Tag Archives: Ben Lomond

South Ben Lomond Circuit

Having only been to the Ben Lomond National Park during the winter, we were keen to check out the numerous bluffs along the southern rim, as well as the two highest lakes in Tassie. We started the walk at Storys Creek, planning to do a clockwise circuit with an overnight stop at Lake Youl. The track begins on some old forestry roads and climbs up through dry sclerophyll forest for 1.2kms, before the road ends, leading onto an easy to follow path that winds higher towards the rim of the plateau. Before long, the forest gives way to large boulder fields and an uninterrupted view of Stacks Bluff and Denison Crag can be enjoyed. Cairns can be followed across the boulder field and up a steep chute on the eastern side of Denison Crag to reach the plateau. The short side trip to check out Tranquil Tarn is well worth it, especially on a warm day when extra water is required.

Once on the plateau we had a quick snack, then continued west towards Stacks Bluff. We occasionally lost the pad, but for the most part it was pretty open and easy going. We dropped packs and picked the easiest looking route up to Stacks, and stumbled across some cairns along the way. We reached the summit in just under 3 hours and spent some time walking around checking out the cliffs on all sides. On the way back to our packs we made a quick trip up to Wilmot Bluff to claim a point and get some good views NW to Heimdall and Asgard Crag. We then followed the eastern side of Lewis Creek down through Foster Vale and through to Lake Youl, passing by large cushion plants and tarns surrounded by flowering plants. The remainder of the day was spent paddling around the very shallow Lake Youl and admiring the small sand dunes formed by the relentless wind that is normally present in this area.

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Start of the track at the car park.

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Alpine finger orchid
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Stacks Bluff
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Denison Crag
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Tranquil Tarn
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Up the chute, Storys Bluff and Sphinx Bluff behind
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On the plateau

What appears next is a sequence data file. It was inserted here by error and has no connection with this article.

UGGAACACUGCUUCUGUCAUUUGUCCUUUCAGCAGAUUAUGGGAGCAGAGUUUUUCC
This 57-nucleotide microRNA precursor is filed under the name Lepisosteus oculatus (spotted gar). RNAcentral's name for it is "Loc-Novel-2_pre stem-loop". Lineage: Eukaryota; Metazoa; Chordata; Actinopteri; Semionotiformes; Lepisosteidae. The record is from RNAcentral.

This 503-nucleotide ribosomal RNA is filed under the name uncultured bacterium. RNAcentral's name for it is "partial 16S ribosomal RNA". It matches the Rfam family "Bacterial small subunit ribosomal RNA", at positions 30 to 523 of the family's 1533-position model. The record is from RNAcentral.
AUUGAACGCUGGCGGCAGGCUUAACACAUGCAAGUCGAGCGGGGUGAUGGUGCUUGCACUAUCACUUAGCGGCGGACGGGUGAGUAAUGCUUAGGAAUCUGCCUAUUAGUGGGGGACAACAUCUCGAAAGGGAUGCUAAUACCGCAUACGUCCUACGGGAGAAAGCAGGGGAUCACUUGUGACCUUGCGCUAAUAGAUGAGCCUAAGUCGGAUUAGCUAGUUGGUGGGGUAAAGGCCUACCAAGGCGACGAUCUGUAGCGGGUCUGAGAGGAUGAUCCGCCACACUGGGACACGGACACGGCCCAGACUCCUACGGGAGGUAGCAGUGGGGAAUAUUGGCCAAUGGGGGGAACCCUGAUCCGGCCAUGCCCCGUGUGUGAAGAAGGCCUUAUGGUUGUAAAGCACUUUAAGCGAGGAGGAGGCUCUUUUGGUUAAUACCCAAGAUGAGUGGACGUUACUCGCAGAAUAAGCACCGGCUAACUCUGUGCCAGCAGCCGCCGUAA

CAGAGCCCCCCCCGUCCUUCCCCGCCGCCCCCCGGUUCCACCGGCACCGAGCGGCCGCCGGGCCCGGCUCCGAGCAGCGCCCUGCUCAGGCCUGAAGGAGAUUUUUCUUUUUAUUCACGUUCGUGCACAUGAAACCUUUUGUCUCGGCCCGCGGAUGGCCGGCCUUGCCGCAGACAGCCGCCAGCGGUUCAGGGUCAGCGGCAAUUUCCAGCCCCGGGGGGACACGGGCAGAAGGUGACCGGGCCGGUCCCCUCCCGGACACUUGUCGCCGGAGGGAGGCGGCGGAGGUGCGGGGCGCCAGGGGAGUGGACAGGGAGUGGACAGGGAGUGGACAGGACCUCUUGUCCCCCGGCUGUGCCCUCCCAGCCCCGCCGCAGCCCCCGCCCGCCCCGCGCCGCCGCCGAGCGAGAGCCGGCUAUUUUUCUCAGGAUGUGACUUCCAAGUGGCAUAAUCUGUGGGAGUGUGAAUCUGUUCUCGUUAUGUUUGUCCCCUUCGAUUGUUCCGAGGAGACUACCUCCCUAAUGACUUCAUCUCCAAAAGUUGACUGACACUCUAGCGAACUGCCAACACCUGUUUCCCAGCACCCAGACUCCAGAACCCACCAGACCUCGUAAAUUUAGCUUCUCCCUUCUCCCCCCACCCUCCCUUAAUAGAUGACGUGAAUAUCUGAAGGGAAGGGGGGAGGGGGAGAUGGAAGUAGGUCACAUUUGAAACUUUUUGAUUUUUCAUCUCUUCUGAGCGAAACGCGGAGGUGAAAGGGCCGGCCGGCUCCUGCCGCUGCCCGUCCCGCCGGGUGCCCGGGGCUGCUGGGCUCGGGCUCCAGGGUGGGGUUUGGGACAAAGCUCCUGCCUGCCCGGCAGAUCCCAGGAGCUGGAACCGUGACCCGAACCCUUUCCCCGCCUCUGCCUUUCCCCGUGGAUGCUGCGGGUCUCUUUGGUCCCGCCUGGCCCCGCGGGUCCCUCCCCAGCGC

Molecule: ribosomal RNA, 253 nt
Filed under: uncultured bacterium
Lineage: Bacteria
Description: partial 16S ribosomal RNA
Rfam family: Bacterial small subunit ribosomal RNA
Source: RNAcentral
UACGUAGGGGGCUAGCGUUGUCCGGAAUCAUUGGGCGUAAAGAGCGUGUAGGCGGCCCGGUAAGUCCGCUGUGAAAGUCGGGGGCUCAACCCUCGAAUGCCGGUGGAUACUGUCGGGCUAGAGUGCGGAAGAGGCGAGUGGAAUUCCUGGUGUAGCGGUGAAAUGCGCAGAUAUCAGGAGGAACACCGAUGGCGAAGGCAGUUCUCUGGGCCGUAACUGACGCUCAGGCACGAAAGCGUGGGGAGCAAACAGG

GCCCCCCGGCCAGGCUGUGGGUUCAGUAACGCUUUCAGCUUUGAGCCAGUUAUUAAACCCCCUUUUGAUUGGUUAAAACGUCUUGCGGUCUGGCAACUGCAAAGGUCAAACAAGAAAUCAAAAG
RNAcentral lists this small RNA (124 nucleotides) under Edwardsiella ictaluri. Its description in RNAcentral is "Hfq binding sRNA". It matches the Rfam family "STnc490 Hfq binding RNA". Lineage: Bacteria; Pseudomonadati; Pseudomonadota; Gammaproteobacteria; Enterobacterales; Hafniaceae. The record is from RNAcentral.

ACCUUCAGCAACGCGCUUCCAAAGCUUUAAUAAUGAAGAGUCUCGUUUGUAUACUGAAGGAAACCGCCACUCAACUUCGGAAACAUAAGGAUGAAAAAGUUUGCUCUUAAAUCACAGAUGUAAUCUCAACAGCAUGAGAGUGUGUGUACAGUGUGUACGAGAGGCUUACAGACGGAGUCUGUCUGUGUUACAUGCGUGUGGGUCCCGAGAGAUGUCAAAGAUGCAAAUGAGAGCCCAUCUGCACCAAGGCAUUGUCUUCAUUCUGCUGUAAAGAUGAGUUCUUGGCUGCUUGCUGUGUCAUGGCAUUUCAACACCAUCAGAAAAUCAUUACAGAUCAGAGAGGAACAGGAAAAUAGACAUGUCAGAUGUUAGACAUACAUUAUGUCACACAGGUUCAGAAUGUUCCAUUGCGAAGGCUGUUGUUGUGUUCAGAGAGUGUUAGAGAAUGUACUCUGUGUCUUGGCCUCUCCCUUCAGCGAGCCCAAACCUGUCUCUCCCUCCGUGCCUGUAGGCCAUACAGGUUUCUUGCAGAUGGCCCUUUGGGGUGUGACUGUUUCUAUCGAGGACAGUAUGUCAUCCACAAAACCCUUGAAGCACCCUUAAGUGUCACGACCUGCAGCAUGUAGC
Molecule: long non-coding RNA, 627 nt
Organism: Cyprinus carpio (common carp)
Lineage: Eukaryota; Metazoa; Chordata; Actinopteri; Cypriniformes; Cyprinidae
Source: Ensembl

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Stacks Bluff and Wilmot Bluff
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Looking north from Stacks Bluff summit
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Dolerite stacks on the southern end of Stacks Bluff
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Nice alpine gardens
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Denison Crag, Story Bluff and Sphinx Bluff
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Asgard and Heimdall Crag from Wilmot Bluff
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Nice tarns below Wilmot Bluff
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Lewis Creek
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Tarns near Lake Youl
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Sand dunes and scoparia
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Getting ready to paddle on Lake Youl
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Sunset over Lake Youl

Day 2: The morning started well with a nice sunrise and only a faint breeze; but by the time we had packed up camp and made it about halfway to Lake Baker, the clouds rolled in from the east and visibility dropped to to about 30m. We arrived at Lake Baker and pumped up the raft for a quick paddle on Tasmania’s highest lake. Our next target was Pavement Bluff- unfortunately the cloud was still present, so we had to rely on the GPS in the absence of a marked track. We found the easiest way forward was following the rocky river bed of the River Tyne, which is no more than a small creek at this altitude.  This not only avoids some of the scrub, but also prevents damaging the sensitive alpine plants. We reached the summit of Pavement Bluff in just under two hours after leaving Lake Youl, but the clouds were still lingering and so we had no views whatsoever. Our last bluff for the weekend was Sphinx Bluff, and we experience the same sort of weather as we traversed SW across the plateau to The Knuckle where we dropped packs.

We followed a small scree down to the saddle then picked up a cairned route that climbed up the north western side of the bluff.  The dolerite on Sphinx Bluff was quite different to what we had seen on the trip so far and was well worth checking out.  Again we had no views on top, so we returned to our packs and made a bee-line to intercept Storys Creek. I was keen to check out Coal Falls but I wasn’t sure how we would go following the creek down as there was little information about it.  It ended up being pretty straight forward, and we made it to the falls without any trouble. We had some food and poked our heads into the old coal mine which was now home to a few swallows before continuing to follow the creek down, which was pretty slow going and hard on the knees. At one point the creek disappeared, leaving only a dry creek bed before reappearing about 100m downstream. As we neared the old forestry road we left the creek and made our way southwest through the open forest.  We did come across a few tapes and cairns but they were few and far between, and were more confusing than helpful. Before long we popped out on the road and were then 10 minutes from the car.